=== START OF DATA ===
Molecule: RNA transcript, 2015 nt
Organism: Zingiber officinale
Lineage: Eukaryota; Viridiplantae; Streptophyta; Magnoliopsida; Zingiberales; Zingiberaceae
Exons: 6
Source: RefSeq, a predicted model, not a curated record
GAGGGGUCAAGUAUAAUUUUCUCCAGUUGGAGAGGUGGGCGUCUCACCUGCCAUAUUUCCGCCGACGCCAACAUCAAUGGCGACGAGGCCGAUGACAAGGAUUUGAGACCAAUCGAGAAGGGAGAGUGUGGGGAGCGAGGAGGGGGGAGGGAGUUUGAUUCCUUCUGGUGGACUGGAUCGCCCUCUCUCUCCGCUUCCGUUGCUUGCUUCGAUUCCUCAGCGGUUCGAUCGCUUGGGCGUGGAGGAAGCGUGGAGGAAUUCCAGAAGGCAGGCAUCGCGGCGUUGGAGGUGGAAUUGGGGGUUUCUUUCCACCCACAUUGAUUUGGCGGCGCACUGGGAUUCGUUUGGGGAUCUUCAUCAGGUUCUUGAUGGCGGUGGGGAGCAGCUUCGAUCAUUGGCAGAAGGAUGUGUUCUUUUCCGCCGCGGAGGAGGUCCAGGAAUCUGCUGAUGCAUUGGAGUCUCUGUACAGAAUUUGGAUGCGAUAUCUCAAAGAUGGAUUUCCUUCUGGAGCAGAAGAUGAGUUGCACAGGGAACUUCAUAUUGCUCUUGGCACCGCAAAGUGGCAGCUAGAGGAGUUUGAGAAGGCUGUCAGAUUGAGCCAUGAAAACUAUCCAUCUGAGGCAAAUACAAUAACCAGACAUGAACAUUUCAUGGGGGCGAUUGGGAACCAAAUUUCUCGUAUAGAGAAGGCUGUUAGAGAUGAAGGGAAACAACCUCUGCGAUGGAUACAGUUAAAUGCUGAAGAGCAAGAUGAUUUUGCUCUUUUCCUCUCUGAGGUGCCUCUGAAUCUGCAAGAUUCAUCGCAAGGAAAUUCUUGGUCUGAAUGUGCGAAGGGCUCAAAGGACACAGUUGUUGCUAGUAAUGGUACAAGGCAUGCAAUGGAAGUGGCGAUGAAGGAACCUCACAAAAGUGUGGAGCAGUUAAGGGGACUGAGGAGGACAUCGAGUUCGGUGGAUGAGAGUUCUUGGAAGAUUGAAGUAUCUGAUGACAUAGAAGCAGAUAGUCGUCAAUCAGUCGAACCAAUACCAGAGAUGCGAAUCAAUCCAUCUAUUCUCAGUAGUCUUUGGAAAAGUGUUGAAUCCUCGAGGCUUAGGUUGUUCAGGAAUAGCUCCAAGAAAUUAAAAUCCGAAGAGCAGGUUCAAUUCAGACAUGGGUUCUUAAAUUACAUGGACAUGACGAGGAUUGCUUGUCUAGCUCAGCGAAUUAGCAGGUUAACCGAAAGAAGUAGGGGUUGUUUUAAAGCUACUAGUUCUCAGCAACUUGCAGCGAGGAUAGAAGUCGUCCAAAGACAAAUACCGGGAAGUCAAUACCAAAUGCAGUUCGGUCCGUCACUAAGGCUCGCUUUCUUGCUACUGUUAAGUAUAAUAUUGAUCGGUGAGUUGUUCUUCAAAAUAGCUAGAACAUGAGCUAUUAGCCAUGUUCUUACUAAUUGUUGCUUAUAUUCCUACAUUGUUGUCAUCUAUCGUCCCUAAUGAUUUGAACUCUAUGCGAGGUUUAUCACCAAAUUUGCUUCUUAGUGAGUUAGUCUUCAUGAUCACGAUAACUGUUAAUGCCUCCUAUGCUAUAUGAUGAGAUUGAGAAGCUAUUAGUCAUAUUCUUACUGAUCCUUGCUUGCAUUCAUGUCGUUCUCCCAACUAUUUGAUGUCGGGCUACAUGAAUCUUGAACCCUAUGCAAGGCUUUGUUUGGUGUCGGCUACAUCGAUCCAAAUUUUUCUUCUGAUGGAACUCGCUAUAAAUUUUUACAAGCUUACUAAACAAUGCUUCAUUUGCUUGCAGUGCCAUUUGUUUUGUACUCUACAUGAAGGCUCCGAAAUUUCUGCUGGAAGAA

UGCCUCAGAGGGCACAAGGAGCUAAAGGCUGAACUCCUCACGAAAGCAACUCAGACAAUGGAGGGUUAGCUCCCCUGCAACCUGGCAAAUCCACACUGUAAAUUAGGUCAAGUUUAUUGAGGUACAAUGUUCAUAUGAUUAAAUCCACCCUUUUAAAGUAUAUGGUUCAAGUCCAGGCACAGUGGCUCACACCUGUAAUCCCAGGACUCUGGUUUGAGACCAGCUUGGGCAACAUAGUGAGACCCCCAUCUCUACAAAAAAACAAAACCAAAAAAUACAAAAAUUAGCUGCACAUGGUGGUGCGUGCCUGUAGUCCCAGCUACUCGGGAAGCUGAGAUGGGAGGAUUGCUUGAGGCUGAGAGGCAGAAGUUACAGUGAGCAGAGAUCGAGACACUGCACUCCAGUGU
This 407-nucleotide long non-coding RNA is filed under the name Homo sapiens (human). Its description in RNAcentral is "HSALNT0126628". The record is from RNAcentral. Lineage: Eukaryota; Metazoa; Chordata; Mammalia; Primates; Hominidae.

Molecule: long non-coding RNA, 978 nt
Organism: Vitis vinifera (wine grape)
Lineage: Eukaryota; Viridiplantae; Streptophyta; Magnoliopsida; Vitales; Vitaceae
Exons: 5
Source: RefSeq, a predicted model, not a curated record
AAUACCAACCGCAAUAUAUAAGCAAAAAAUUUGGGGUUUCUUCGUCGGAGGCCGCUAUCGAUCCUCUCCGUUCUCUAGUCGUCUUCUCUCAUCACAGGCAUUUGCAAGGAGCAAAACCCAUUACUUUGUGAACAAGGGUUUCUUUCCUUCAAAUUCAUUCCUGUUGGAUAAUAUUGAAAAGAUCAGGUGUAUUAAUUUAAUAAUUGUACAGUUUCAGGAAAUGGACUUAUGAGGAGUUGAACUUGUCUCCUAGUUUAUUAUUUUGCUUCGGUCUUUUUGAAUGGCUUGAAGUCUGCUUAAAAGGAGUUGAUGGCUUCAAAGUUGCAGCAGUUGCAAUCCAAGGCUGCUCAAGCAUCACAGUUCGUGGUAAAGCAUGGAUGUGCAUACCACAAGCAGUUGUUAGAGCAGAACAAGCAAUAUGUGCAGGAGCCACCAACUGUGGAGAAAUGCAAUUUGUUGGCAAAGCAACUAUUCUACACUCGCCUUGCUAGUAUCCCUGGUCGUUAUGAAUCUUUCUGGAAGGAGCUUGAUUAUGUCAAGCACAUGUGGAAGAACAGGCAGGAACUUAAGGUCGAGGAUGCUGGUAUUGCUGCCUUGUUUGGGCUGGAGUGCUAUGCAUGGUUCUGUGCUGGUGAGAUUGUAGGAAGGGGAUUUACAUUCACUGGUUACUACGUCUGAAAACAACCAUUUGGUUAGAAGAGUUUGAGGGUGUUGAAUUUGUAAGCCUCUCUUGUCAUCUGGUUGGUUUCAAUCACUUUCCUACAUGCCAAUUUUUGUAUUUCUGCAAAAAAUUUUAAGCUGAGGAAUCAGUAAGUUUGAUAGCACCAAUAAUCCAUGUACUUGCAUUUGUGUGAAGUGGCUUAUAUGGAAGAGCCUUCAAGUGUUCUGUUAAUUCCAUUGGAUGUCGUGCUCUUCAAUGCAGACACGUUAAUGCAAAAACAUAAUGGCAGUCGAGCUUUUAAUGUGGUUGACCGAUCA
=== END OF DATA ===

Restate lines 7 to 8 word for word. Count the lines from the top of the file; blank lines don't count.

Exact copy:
UGCCUCAGAGGGCACAAGGAGCUAAAGGCUGAACUCCUCACGAAAGCAACUCAGACAAUGGAGGGUUAGCUCCCCUGCAACCUGGCAAAUCCACACUGUAAAUUAGGUCAAGUUUAUUGAGGUACAAUGUUCAUAUGAUUAAAUCCACCCUUUUAAAGUAUAUGGUUCAAGUCCAGGCACAGUGGCUCACACCUGUAAUCCCAGGACUCUGGUUUGAGACCAGCUUGGGCAACAUAGUGAGACCCCCAUCUCUACAAAAAAACAAAACCAAAAAAUACAAAAAUUAGCUGCACAUGGUGGUGCGUGCCUGUAGUCCCAGCUACUCGGGAAGCUGAGAUGGGAGGAUUGCUUGAGGCUGAGAGGCAGAAGUUACAGUGAGCAGAGAUCGAGACACUGCACUCCAGUGU
This 407-nucleotide long non-coding RNA is filed under the name Homo sapiens (human). Its description in RNAcentral is "HSALNT0126628". The record is from RNAcentral. Lineage: Eukaryota; Metazoa; Chordata; Mammalia; Primates; Hominidae.